SERINO: STATE BUDGET SPENDS BIG, BUT FALLS SHORT

Sue Serino

April 07, 2021

ALBANY, NY – Senator Sue Serino today released the statement below regarding the passage of the New York State Budget:

“Despite historic spending and billions of dollars in tax increases, this State Budget fails to deliver for New Yorkers. Worse, it was negotiated behind closed doors in a process clearly still controlled by a scandal-scarred Governor. With its passage coming in the wake of a once-in-a- generation pandemic, this is perhaps the most consequential State Budget we will ever vote on, and New Yorkers deserved better this time around. They deserved true transparency and a budget that actually made it more affordable for them to rebuild their lives. Instead, they are being saddled with unsustainable spending increases and cuts to programs they depend on.

While the State Budget includes some good measures that I actively advocated for, including a full restoration of Dwyer Program (Vet2Vet) funding, notable school funding, preservation of the previously scheduled middle class tax cut, and the creation of a small business grant program, it still fell short when it came to fully funding Community Services for the Elderly (CSE), enhancing the Long Term Care Ombudsman Program to empower nursing home residents and families, supporting the homecare workforce, maintaining critical mental health services, making Lyme and tick-borne disease prevention a real priority, and so much more.

Throughout the debate, we heard time and again that the state does not have the money to fully fund programs that matter to New Yorkers. However, somehow, we have $2.1 billion to provide thousands of dollars in direct payments to people living in the state illegally. While I am sympathetic to the challenges these individuals have faced during this time, a solution to those challenges must be developed at the federal level.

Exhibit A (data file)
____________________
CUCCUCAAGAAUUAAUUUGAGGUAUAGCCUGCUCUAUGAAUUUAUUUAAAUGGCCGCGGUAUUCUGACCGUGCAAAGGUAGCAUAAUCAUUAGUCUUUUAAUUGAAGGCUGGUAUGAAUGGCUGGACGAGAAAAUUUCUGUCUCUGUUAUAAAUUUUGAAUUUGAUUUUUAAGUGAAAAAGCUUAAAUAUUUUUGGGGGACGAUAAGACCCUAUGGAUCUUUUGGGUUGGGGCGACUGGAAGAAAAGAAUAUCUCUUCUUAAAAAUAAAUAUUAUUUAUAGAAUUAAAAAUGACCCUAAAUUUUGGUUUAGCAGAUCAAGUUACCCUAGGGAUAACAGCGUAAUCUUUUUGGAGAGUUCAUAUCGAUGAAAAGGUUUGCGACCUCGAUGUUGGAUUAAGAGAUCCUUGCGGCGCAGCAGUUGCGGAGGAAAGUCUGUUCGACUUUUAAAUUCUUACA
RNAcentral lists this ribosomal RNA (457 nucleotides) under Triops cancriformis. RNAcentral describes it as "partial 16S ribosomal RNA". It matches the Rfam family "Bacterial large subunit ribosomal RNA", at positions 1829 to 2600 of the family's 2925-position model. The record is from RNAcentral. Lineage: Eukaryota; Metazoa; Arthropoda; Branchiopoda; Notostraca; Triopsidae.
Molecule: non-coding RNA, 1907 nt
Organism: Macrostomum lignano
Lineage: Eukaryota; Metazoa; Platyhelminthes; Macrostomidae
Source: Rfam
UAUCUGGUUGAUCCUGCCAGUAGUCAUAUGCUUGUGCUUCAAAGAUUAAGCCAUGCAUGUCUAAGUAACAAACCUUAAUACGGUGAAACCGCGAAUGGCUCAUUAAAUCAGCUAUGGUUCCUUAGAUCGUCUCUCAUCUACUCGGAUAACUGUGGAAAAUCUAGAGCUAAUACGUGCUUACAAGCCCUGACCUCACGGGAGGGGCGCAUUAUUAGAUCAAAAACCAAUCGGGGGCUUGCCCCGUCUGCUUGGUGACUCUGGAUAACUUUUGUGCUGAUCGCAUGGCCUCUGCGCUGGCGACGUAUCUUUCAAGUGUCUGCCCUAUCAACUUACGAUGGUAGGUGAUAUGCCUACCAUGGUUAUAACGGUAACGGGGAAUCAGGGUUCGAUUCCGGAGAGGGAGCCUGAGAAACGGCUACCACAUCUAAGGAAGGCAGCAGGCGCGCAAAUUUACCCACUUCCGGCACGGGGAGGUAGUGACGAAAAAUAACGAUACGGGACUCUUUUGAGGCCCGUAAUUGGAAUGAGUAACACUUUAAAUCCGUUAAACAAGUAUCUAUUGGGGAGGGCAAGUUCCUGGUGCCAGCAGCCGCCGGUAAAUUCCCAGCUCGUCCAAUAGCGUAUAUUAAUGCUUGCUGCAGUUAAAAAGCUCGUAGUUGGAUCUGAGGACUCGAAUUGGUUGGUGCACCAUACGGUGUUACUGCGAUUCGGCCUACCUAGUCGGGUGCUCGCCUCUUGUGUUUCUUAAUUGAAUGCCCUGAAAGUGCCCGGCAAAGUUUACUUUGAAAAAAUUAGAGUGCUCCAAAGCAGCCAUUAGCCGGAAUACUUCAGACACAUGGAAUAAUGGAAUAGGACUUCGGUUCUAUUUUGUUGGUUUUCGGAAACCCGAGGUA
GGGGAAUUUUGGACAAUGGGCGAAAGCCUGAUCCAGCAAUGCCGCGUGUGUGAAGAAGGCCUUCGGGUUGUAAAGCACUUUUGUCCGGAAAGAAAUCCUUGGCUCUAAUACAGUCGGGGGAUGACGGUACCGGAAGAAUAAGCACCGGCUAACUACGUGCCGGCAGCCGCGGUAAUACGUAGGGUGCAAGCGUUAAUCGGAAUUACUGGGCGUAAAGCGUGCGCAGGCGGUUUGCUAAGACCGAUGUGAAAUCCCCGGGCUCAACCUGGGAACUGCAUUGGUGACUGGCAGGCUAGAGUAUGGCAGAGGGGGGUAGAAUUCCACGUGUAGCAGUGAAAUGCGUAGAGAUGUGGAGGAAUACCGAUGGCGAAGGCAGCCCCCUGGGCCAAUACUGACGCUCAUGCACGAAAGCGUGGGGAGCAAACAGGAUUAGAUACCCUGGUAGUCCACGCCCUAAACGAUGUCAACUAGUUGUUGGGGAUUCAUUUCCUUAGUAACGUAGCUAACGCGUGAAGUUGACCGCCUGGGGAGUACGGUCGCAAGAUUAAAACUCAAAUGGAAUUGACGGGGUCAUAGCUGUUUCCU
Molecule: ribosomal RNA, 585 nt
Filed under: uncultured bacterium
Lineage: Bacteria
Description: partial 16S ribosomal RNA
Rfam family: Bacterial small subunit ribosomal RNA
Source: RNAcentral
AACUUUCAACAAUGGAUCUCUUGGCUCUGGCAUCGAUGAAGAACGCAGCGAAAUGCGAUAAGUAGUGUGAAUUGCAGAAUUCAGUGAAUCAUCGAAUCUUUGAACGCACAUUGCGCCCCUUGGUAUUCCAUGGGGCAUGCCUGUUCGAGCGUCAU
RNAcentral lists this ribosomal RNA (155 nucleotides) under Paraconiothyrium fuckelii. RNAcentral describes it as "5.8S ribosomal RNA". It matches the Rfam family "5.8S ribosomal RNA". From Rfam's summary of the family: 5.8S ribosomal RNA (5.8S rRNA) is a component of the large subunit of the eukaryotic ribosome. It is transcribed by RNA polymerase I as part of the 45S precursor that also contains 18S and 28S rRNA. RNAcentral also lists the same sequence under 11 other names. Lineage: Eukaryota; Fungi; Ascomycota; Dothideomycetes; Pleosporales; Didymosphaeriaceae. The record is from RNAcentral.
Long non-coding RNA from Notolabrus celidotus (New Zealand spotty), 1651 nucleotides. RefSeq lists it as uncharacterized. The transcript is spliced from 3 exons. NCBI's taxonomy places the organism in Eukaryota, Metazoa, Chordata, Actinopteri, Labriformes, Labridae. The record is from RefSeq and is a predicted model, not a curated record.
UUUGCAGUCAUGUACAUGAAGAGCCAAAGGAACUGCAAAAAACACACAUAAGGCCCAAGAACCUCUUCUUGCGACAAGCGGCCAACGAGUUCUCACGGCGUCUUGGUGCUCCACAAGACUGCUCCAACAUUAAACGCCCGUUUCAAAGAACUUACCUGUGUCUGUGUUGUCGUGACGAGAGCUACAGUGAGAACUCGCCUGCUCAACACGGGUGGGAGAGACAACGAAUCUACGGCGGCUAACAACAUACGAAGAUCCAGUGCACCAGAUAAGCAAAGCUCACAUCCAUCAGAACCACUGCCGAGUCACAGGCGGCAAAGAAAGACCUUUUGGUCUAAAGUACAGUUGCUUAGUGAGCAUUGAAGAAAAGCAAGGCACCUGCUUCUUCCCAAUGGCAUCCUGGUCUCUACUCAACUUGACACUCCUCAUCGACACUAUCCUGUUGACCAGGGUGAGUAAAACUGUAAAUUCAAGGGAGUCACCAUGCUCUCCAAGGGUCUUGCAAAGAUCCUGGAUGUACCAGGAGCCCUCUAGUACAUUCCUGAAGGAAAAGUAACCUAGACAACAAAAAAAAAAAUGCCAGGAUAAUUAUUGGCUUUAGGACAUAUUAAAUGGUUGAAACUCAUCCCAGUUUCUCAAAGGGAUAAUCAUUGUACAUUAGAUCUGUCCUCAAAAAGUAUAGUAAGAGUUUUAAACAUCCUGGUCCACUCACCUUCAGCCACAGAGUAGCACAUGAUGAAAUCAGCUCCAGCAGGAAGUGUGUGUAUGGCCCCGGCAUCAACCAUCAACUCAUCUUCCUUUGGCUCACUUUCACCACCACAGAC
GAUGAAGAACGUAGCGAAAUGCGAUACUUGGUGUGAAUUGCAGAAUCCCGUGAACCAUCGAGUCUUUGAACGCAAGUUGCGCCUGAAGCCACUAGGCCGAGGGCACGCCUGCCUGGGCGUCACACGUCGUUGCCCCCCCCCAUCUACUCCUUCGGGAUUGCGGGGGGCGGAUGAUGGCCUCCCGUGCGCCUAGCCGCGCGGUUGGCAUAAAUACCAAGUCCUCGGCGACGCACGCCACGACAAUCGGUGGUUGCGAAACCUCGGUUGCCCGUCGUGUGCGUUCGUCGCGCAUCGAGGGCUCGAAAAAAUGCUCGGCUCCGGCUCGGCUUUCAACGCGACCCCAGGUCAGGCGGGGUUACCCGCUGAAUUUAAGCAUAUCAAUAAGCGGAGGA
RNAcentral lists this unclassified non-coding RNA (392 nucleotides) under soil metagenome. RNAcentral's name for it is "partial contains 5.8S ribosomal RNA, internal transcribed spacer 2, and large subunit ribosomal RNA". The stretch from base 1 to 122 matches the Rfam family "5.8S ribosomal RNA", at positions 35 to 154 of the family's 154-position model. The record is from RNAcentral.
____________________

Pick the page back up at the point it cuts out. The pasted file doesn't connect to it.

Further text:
A budget that accepts over $12 billion from the federal government, yet still raises billions in new taxes; a budget that gives away $2.1 billion to those here illegally, yet closes 200 inpatient mental health beds and only dedicates a quarter of that to middle class taxpayers, and less than half of that amount to support struggling small businesses, is a bloated budget with backwards priorities.

If we want New York to be a place where people want to live, instead of one they want to leave, this budget misses the mark. With this process, we had a real opportunity to move our state forward at a critical time. Unfortunately, this budget will only set us back, which is why I could not in good conscience support it.”

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